AJC reboots misleading Your taxes are too high" series"
First off, I don't have a problem with the daily paper taking on the subject of property taxes. It's an issue that really affects people where they live, pun intended. But I believe the AJC's approach to the subject is sensationalistic and overly simplistic. Sensationalistic in that the paper essentially duplicates the same story for each metro county, stretching a single idea over an entire week. I understand they want to boost readership — we all do — but it seems like overkill.
The biggest problem, though, is that the articles strike an alarmist note without providing the proper context about a complex subject. Put simply, the AJC's series suggests — assumes, really — that if your property is overvalued by the county, then your taxes are too high. But it ain't necessarily so.
Remember, all you homeowners out there, the years before the bubble burst, when your tax assessment reliably undervalued your property? Did that mean you were paying too little in taxes? Of course not. That's because everyone else's house was undervalued, too.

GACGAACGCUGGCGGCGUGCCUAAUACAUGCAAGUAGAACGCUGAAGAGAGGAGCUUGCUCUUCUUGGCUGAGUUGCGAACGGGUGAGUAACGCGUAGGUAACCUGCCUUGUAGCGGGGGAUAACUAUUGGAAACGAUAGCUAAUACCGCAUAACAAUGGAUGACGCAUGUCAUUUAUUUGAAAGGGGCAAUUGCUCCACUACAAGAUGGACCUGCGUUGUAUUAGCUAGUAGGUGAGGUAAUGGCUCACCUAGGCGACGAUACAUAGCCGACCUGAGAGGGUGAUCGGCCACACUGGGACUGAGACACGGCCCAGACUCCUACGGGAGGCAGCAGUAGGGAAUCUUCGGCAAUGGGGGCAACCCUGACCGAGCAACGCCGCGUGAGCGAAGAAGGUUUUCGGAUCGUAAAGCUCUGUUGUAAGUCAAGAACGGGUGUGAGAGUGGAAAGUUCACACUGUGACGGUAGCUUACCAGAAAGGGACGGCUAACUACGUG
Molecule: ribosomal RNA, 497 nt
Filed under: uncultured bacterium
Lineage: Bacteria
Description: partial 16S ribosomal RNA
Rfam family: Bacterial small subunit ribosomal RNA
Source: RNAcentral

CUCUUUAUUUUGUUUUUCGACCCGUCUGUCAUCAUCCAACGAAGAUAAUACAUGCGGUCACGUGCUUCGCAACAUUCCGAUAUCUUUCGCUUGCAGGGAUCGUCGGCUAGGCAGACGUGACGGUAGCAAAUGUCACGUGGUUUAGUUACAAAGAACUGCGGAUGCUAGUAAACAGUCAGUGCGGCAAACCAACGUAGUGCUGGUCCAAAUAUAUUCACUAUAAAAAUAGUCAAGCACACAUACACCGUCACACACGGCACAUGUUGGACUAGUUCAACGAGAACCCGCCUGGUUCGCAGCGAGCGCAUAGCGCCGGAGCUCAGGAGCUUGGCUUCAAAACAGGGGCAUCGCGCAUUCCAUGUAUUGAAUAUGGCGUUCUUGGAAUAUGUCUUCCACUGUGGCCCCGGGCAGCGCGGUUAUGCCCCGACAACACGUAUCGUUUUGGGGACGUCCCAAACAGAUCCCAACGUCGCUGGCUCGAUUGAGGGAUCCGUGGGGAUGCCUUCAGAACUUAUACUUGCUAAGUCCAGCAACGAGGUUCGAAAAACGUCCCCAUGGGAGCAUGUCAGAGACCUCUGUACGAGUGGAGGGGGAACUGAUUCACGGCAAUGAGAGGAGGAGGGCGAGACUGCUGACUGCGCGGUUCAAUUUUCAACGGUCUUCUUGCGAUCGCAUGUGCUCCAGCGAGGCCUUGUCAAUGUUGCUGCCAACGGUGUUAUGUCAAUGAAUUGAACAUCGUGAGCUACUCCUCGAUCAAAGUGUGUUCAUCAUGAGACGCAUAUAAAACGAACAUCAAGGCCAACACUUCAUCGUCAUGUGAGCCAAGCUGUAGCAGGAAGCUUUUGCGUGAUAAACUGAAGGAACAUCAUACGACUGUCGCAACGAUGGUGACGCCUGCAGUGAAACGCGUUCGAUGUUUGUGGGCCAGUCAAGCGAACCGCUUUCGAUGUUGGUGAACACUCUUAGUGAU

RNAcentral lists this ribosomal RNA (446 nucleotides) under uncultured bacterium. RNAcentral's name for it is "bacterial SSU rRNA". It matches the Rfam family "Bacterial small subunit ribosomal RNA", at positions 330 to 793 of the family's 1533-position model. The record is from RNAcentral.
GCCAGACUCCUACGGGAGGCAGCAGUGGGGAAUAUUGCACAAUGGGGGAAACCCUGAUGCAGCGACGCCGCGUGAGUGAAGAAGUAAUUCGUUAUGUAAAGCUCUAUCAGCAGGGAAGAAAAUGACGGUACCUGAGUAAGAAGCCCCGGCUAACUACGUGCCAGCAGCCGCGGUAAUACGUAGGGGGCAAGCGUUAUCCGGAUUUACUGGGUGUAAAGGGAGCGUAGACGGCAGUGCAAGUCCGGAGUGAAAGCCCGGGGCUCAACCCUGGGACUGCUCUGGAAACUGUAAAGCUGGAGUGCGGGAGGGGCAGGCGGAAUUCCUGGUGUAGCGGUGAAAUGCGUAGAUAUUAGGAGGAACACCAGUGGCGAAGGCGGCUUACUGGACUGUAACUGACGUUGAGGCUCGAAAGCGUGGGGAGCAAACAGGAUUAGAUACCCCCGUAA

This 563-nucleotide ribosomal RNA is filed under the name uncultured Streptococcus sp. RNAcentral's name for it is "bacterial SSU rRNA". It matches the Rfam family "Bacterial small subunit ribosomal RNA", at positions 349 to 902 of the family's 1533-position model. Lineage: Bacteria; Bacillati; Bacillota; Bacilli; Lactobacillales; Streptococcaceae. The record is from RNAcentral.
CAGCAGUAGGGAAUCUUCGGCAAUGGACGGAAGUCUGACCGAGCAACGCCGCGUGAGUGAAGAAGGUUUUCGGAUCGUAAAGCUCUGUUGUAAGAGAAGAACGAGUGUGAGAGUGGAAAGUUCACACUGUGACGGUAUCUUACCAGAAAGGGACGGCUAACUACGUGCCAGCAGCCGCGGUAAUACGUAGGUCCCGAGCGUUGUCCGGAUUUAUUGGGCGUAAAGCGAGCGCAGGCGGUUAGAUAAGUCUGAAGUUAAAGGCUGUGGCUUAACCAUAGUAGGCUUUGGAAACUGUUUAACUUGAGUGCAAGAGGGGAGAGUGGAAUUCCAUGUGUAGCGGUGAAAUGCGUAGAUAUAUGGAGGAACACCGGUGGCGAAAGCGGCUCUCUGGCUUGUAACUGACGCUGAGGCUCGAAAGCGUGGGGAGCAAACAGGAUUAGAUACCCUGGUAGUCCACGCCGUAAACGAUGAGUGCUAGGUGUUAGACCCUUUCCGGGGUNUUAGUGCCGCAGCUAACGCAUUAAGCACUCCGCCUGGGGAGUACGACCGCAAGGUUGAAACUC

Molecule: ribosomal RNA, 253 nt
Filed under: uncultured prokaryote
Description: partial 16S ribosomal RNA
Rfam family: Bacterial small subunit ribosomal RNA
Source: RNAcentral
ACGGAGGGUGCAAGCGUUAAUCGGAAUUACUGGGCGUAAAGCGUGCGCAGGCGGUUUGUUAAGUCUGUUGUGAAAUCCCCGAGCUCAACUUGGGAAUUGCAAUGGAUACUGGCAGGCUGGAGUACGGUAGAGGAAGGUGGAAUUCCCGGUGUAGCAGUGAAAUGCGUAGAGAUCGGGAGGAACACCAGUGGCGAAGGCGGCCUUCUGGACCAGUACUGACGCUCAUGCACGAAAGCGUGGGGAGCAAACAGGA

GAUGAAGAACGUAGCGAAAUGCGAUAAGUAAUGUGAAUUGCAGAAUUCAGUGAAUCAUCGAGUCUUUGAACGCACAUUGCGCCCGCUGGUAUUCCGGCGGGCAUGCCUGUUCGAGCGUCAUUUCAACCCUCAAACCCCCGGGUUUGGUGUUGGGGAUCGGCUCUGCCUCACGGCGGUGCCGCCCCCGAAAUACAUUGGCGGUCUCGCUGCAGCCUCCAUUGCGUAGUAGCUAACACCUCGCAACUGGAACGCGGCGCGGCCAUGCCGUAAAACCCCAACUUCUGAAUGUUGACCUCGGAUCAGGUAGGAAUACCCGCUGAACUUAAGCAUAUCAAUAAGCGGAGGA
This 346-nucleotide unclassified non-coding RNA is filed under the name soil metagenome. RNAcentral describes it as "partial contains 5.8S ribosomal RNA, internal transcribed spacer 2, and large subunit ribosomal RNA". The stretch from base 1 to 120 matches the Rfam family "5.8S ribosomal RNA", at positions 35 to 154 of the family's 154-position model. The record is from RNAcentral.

Wonk alert: As you probably already know, your home valuation is one of two variables that determine your tax bill. The second is the millage rate, which, in turn, is a product of the budget of the local municipality. The amount you end up paying in taxes is, ideally, reached through the following process:
1. County assessors appraise everyone's property and each local municipality comes up with its "tax digest," the total value of all taxable property within its jurisdiction
2. Your local elected officials — city, county, school board — develop their respective next year's budgets to reflect anticipated revenue and costs
3. Using those two factors — the tax digest and the budget — officials extrapolate their jurisdiction's respective millage rate
4. Those millage rates are applied to your individual tax assessment to determine how much poorer you will become
Now, in a perfect world, the fair market value of everyone's property would be accurately reflected on his or her tax bill. But just because the county overvalues your house doesn't mean you're paying too much, any more than your house being undervalued in the past meant you got a break. Rather, the important question is whether your house is overvalued relative to other homes (and to commercial property).